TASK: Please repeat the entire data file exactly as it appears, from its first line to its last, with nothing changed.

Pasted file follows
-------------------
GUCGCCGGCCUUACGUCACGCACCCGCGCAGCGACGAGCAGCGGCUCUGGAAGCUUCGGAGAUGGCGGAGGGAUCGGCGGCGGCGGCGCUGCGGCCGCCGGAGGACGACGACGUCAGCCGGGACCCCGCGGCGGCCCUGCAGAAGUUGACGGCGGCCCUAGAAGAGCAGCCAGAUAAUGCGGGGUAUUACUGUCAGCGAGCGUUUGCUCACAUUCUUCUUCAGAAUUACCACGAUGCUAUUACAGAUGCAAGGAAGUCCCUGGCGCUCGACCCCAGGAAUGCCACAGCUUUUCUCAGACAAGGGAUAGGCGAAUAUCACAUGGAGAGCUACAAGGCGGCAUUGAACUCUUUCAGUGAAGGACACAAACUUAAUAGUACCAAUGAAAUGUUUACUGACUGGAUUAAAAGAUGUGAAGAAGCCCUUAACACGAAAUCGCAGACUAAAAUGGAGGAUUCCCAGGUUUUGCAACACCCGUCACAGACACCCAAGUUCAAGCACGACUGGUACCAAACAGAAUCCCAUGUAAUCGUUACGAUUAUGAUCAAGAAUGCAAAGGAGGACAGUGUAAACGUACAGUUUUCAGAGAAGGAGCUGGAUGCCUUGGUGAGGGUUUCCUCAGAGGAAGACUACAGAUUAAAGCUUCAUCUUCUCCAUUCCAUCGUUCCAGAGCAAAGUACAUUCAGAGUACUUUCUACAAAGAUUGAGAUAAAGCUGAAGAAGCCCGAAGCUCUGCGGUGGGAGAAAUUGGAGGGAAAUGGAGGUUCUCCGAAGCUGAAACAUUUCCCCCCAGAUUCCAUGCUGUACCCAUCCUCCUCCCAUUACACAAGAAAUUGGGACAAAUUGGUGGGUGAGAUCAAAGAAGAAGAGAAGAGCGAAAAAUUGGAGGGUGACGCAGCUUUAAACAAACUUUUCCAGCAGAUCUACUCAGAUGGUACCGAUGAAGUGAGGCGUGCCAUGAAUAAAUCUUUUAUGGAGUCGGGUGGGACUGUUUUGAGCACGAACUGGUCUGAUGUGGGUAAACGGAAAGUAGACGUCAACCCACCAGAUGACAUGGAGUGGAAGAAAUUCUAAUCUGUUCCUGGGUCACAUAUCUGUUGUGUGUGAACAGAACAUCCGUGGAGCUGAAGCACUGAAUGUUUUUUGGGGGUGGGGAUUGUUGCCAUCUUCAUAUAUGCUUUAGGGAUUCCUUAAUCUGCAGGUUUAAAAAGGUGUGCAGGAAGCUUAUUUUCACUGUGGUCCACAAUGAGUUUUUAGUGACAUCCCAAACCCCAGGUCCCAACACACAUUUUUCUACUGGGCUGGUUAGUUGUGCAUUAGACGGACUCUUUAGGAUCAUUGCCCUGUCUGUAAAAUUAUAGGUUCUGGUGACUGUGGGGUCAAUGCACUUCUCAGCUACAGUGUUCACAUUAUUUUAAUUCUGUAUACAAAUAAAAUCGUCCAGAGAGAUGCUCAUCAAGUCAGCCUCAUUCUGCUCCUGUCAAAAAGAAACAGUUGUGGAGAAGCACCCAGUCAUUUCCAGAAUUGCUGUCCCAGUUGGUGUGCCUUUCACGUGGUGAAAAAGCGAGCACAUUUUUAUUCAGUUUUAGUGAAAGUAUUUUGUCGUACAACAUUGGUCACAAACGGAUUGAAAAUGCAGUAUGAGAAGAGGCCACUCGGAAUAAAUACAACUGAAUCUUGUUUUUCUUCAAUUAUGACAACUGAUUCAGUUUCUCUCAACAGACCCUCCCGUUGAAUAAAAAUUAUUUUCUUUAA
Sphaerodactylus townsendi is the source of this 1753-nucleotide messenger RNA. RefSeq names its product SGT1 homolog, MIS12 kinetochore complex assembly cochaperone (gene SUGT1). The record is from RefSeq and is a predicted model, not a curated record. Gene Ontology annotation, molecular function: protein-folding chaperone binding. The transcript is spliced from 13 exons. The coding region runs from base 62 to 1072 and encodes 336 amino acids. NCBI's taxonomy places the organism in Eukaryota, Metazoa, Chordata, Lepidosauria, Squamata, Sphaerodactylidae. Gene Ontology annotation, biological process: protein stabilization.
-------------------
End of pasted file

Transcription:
GUCGCCGGCCUUACGUCACGCACCCGCGCAGCGACGAGCAGCGGCUCUGGAAGCUUCGGAGAUGGCGGAGGGAUCGGCGGCGGCGGCGCUGCGGCCGCCGGAGGACGACGACGUCAGCCGGGACCCCGCGGCGGCCCUGCAGAAGUUGACGGCGGCCCUAGAAGAGCAGCCAGAUAAUGCGGGGUAUUACUGUCAGCGAGCGUUUGCUCACAUUCUUCUUCAGAAUUACCACGAUGCUAUUACAGAUGCAAGGAAGUCCCUGGCGCUCGACCCCAGGAAUGCCACAGCUUUUCUCAGACAAGGGAUAGGCGAAUAUCACAUGGAGAGCUACAAGGCGGCAUUGAACUCUUUCAGUGAAGGACACAAACUUAAUAGUACCAAUGAAAUGUUUACUGACUGGAUUAAAAGAUGUGAAGAAGCCCUUAACACGAAAUCGCAGACUAAAAUGGAGGAUUCCCAGGUUUUGCAACACCCGUCACAGACACCCAAGUUCAAGCACGACUGGUACCAAACAGAAUCCCAUGUAAUCGUUACGAUUAUGAUCAAGAAUGCAAAGGAGGACAGUGUAAACGUACAGUUUUCAGAGAAGGAGCUGGAUGCCUUGGUGAGGGUUUCCUCAGAGGAAGACUACAGAUUAAAGCUUCAUCUUCUCCAUUCCAUCGUUCCAGAGCAAAGUACAUUCAGAGUACUUUCUACAAAGAUUGAGAUAAAGCUGAAGAAGCCCGAAGCUCUGCGGUGGGAGAAAUUGGAGGGAAAUGGAGGUUCUCCGAAGCUGAAACAUUUCCCCCCAGAUUCCAUGCUGUACCCAUCCUCCUCCCAUUACACAAGAAAUUGGGACAAAUUGGUGGGUGAGAUCAAAGAAGAAGAGAAGAGCGAAAAAUUGGAGGGUGACGCAGCUUUAAACAAACUUUUCCAGCAGAUCUACUCAGAUGGUACCGAUGAAGUGAGGCGUGCCAUGAAUAAAUCUUUUAUGGAGUCGGGUGGGACUGUUUUGAGCACGAACUGGUCUGAUGUGGGUAAACGGAAAGUAGACGUCAACCCACCAGAUGACAUGGAGUGGAAGAAAUUCUAAUCUGUUCCUGGGUCACAUAUCUGUUGUGUGUGAACAGAACAUCCGUGGAGCUGAAGCACUGAAUGUUUUUUGGGGGUGGGGAUUGUUGCCAUCUUCAUAUAUGCUUUAGGGAUUCCUUAAUCUGCAGGUUUAAAAAGGUGUGCAGGAAGCUUAUUUUCACUGUGGUCCACAAUGAGUUUUUAGUGACAUCCCAAACCCCAGGUCCCAACACACAUUUUUCUACUGGGCUGGUUAGUUGUGCAUUAGACGGACUCUUUAGGAUCAUUGCCCUGUCUGUAAAAUUAUAGGUUCUGGUGACUGUGGGGUCAAUGCACUUCUCAGCUACAGUGUUCACAUUAUUUUAAUUCUGUAUACAAAUAAAAUCGUCCAGAGAGAUGCUCAUCAAGUCAGCCUCAUUCUGCUCCUGUCAAAAAGAAACAGUUGUGGAGAAGCACCCAGUCAUUUCCAGAAUUGCUGUCCCAGUUGGUGUGCCUUUCACGUGGUGAAAAAGCGAGCACAUUUUUAUUCAGUUUUAGUGAAAGUAUUUUGUCGUACAACAUUGGUCACAAACGGAUUGAAAAUGCAGUAUGAGAAGAGGCCACUCGGAAUAAAUACAACUGAAUCUUGUUUUUCUUCAAUUAUGACAACUGAUUCAGUUUCUCUCAACAGACCCUCCCGUUGAAUAAAAAUUAUUUUCUUUAA
Sphaerodactylus townsendi is the source of this 1753-nucleotide messenger RNA. RefSeq names its product SGT1 homolog, MIS12 kinetochore complex assembly cochaperone (gene SUGT1). The record is from RefSeq and is a predicted model, not a curated record. Gene Ontology annotation, molecular function: protein-folding chaperone binding. The transcript is spliced from 13 exons. The coding region runs from base 62 to 1072 and encodes 336 amino acids. NCBI's taxonomy places the organism in Eukaryota, Metazoa, Chordata, Lepidosauria, Squamata, Sphaerodactylidae. Gene Ontology annotation, biological process: protein stabilization.